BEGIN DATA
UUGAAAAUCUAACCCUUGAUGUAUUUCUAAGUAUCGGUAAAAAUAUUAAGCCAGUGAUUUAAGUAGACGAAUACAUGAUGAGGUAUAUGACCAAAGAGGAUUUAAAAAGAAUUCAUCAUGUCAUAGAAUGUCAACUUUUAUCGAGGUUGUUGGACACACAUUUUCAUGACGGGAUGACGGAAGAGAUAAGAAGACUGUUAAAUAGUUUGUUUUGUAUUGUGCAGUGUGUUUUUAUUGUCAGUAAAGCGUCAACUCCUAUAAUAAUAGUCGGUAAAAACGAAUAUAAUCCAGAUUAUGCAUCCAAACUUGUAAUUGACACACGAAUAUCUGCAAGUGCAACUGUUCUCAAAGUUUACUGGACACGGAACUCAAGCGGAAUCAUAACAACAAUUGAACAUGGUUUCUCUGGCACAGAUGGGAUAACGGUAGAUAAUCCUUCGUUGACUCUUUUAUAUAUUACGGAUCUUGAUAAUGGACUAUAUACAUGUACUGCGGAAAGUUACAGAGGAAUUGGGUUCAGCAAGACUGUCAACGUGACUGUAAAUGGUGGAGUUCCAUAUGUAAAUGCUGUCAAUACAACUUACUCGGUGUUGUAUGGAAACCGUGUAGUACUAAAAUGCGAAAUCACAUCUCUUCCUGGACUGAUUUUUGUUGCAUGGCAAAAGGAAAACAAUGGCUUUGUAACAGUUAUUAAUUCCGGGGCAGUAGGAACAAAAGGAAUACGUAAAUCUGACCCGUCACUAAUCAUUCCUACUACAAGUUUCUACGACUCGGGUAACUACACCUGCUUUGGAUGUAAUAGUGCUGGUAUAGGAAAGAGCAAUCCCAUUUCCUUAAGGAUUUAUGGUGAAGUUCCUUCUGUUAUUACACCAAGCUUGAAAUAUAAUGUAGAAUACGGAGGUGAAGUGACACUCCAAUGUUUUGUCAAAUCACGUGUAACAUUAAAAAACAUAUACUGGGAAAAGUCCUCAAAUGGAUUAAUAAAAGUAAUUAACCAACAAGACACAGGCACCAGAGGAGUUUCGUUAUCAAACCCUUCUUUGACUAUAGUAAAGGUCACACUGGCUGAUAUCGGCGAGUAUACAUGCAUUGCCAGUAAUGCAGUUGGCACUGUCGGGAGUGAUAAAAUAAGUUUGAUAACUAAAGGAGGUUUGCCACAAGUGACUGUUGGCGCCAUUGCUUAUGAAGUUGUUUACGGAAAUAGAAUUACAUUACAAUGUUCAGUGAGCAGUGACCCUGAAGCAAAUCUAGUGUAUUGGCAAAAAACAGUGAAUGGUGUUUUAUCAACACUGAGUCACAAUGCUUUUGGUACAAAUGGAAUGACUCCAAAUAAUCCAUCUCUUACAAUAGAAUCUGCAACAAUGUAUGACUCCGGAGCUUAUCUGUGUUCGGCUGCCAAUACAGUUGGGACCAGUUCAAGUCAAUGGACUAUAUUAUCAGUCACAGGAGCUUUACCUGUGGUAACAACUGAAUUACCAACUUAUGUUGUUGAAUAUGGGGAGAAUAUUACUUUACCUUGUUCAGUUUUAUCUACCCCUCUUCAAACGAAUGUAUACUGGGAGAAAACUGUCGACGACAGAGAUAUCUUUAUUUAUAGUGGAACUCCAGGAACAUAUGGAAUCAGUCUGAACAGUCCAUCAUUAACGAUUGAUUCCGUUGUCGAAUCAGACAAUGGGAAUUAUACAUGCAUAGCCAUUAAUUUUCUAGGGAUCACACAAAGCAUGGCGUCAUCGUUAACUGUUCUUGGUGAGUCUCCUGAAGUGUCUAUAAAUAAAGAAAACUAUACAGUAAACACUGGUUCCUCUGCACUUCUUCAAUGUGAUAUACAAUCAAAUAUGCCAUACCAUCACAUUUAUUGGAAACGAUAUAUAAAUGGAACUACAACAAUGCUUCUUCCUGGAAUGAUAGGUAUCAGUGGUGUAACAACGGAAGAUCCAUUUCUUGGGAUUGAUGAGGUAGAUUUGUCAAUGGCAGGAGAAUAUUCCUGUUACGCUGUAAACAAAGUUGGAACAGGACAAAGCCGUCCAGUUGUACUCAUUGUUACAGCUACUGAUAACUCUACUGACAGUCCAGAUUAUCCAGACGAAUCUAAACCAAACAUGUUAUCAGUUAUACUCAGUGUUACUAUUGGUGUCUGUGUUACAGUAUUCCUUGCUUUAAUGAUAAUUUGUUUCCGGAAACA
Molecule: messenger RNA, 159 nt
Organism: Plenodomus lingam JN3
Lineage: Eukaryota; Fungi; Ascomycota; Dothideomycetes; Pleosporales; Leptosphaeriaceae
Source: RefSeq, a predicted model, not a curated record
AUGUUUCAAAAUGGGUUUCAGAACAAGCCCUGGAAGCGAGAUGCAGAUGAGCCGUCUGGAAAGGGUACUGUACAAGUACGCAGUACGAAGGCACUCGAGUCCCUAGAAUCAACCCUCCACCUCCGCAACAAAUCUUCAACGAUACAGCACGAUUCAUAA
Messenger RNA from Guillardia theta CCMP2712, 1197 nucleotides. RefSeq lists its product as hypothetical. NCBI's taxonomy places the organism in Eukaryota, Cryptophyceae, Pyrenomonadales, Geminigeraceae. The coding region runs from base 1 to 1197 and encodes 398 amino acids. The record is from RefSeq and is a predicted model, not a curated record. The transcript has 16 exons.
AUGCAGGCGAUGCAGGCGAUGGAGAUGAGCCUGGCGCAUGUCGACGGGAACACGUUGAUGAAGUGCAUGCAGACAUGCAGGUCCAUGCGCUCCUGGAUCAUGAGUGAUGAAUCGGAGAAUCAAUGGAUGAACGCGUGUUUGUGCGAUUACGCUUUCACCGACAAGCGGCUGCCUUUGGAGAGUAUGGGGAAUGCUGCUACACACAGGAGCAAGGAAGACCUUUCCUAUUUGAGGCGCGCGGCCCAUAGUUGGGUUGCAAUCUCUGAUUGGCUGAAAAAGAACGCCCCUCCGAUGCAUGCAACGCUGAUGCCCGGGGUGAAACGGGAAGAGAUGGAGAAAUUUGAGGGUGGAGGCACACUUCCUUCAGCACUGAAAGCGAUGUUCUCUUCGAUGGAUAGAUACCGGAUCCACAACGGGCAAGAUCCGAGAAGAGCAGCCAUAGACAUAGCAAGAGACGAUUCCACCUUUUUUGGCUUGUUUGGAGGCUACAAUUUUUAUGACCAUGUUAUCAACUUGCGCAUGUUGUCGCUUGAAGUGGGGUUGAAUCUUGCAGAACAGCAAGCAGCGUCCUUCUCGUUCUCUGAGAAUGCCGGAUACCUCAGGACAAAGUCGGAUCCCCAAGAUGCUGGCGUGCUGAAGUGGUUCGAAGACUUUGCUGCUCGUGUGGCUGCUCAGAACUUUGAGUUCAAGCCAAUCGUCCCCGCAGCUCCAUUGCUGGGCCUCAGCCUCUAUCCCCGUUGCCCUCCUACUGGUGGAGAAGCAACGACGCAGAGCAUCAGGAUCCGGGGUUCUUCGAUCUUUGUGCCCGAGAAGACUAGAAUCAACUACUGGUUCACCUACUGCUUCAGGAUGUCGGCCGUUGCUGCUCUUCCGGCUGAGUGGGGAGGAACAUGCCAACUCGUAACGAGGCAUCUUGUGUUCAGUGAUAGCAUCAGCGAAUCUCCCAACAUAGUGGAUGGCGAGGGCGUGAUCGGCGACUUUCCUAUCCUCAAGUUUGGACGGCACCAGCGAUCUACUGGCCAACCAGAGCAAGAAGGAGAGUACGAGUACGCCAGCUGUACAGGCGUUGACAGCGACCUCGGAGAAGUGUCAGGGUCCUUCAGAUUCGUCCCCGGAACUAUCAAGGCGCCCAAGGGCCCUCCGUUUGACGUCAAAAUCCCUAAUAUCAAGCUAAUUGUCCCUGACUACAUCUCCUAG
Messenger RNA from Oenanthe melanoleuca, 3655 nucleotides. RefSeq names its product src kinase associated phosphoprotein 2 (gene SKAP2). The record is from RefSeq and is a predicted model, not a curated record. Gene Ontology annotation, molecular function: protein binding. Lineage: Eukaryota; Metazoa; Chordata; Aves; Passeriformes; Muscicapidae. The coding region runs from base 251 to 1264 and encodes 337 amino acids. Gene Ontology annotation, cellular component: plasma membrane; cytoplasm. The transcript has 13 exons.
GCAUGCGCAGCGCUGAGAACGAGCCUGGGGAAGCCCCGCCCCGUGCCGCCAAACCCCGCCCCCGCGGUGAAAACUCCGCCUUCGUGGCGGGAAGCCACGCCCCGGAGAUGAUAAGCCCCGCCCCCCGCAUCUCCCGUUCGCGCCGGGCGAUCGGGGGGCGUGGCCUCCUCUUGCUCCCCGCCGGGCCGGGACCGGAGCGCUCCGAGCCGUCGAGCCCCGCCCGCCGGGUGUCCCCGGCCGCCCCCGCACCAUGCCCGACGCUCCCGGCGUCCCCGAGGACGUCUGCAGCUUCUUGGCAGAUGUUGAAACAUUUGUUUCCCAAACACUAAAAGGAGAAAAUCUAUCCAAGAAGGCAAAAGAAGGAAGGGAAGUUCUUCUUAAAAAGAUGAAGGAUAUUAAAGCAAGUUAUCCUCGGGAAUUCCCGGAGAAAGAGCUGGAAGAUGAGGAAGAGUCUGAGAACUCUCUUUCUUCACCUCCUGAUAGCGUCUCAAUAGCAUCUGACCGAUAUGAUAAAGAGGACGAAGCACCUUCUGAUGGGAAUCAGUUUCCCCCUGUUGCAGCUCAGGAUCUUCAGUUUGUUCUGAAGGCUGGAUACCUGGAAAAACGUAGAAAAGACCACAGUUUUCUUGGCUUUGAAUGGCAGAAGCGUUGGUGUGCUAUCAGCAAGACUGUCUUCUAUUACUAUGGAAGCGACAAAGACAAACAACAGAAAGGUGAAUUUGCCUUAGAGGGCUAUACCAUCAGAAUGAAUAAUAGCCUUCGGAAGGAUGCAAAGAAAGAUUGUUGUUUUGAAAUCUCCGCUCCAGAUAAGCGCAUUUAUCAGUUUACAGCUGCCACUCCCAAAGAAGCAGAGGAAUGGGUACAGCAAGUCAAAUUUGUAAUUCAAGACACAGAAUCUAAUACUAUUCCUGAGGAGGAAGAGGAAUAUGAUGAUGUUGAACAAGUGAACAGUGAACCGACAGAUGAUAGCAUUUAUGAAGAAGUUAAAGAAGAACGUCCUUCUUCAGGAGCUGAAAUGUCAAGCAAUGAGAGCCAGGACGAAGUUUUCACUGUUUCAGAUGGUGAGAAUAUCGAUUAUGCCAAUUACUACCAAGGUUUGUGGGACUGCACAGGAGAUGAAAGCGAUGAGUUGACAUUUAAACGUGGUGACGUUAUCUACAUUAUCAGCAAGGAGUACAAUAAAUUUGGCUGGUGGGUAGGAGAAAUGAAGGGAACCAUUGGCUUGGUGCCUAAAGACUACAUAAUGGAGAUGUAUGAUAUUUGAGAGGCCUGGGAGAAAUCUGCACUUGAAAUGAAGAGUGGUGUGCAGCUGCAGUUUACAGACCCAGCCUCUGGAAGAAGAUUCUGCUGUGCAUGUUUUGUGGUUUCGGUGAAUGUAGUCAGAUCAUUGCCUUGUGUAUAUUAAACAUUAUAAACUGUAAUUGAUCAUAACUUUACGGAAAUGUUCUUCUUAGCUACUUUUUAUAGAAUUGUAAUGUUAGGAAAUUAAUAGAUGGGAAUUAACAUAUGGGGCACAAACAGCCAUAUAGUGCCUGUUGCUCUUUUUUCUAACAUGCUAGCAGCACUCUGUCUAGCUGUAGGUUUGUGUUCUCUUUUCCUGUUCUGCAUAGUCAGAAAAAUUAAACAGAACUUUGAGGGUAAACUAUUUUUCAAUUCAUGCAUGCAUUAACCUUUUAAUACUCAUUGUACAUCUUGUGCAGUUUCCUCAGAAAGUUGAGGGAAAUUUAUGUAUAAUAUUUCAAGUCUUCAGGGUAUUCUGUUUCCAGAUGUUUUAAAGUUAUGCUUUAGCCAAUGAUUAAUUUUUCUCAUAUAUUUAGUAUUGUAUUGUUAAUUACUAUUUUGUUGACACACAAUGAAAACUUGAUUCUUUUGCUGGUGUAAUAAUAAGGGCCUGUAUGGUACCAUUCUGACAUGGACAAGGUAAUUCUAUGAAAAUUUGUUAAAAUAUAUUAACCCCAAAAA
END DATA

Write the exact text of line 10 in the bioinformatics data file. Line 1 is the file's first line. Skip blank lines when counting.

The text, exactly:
GCAUGCGCAGCGCUGAGAACGAGCCUGGGGAAGCCCCGCCCCGUGCCGCCAAACCCCGCCCCCGCGGUGAAAACUCCGCCUUCGUGGCGGGAAGCCACGCCCCGGAGAUGAUAAGCCCCGCCCCCCGCAUCUCCCGUUCGCGCCGGGCGAUCGGGGGGCGUGGCCUCCUCUUGCUCCCCGCCGGGCCGGGACCGGAGCGCUCCGAGCCGUCGAGCCCCGCCCGCCGGGUGUCCCCGGCCGCCCCCGCACCAUGCCCGACGCUCCCGGCGUCCCCGAGGACGUCUGCAGCUUCUUGGCAGAUGUUGAAACAUUUGUUUCCCAAACACUAAAAGGAGAAAAUCUAUCCAAGAAGGCAAAAGAAGGAAGGGAAGUUCUUCUUAAAAAGAUGAAGGAUAUUAAAGCAAGUUAUCCUCGGGAAUUCCCGGAGAAAGAGCUGGAAGAUGAGGAAGAGUCUGAGAACUCUCUUUCUUCACCUCCUGAUAGCGUCUCAAUAGCAUCUGACCGAUAUGAUAAAGAGGACGAAGCACCUUCUGAUGGGAAUCAGUUUCCCCCUGUUGCAGCUCAGGAUCUUCAGUUUGUUCUGAAGGCUGGAUACCUGGAAAAACGUAGAAAAGACCACAGUUUUCUUGGCUUUGAAUGGCAGAAGCGUUGGUGUGCUAUCAGCAAGACUGUCUUCUAUUACUAUGGAAGCGACAAAGACAAACAACAGAAAGGUGAAUUUGCCUUAGAGGGCUAUACCAUCAGAAUGAAUAAUAGCCUUCGGAAGGAUGCAAAGAAAGAUUGUUGUUUUGAAAUCUCCGCUCCAGAUAAGCGCAUUUAUCAGUUUACAGCUGCCACUCCCAAAGAAGCAGAGGAAUGGGUACAGCAAGUCAAAUUUGUAAUUCAAGACACAGAAUCUAAUACUAUUCCUGAGGAGGAAGAGGAAUAUGAUGAUGUUGAACAAGUGAACAGUGAACCGACAGAUGAUAGCAUUUAUGAAGAAGUUAAAGAAGAACGUCCUUCUUCAGGAGCUGAAAUGUCAAGCAAUGAGAGCCAGGACGAAGUUUUCACUGUUUCAGAUGGUGAGAAUAUCGAUUAUGCCAAUUACUACCAAGGUUUGUGGGACUGCACAGGAGAUGAAAGCGAUGAGUUGACAUUUAAACGUGGUGACGUUAUCUACAUUAUCAGCAAGGAGUACAAUAAAUUUGGCUGGUGGGUAGGAGAAAUGAAGGGAACCAUUGGCUUGGUGCCUAAAGACUACAUAAUGGAGAUGUAUGAUAUUUGAGAGGCCUGGGAGAAAUCUGCACUUGAAAUGAAGAGUGGUGUGCAGCUGCAGUUUACAGACCCAGCCUCUGGAAGAAGAUUCUGCUGUGCAUGUUUUGUGGUUUCGGUGAAUGUAGUCAGAUCAUUGCCUUGUGUAUAUUAAACAUUAUAAACUGUAAUUGAUCAUAACUUUACGGAAAUGUUCUUCUUAGCUACUUUUUAUAGAAUUGUAAUGUUAGGAAAUUAAUAGAUGGGAAUUAACAUAUGGGGCACAAACAGCCAUAUAGUGCCUGUUGCUCUUUUUUCUAACAUGCUAGCAGCACUCUGUCUAGCUGUAGGUUUGUGUUCUCUUUUCCUGUUCUGCAUAGUCAGAAAAAUUAAACAGAACUUUGAGGGUAAACUAUUUUUCAAUUCAUGCAUGCAUUAACCUUUUAAUACUCAUUGUACAUCUUGUGCAGUUUCCUCAGAAAGUUGAGGGAAAUUUAUGUAUAAUAUUUCAAGUCUUCAGGGUAUUCUGUUUCCAGAUGUUUUAAAGUUAUGCUUUAGCCAAUGAUUAAUUUUUCUCAUAUAUUUAGUAUUGUAUUGUUAAUUACUAUUUUGUUGACACACAAUGAAAACUUGAUUCUUUUGCUGGUGUAAUAAUAAGGGCCUGUAUGGUACCAUUCUGACAUGGACAAGGUAAUUCUAUGAAAAUUUGUUAAAAUAUAUUAACCCCAAAAA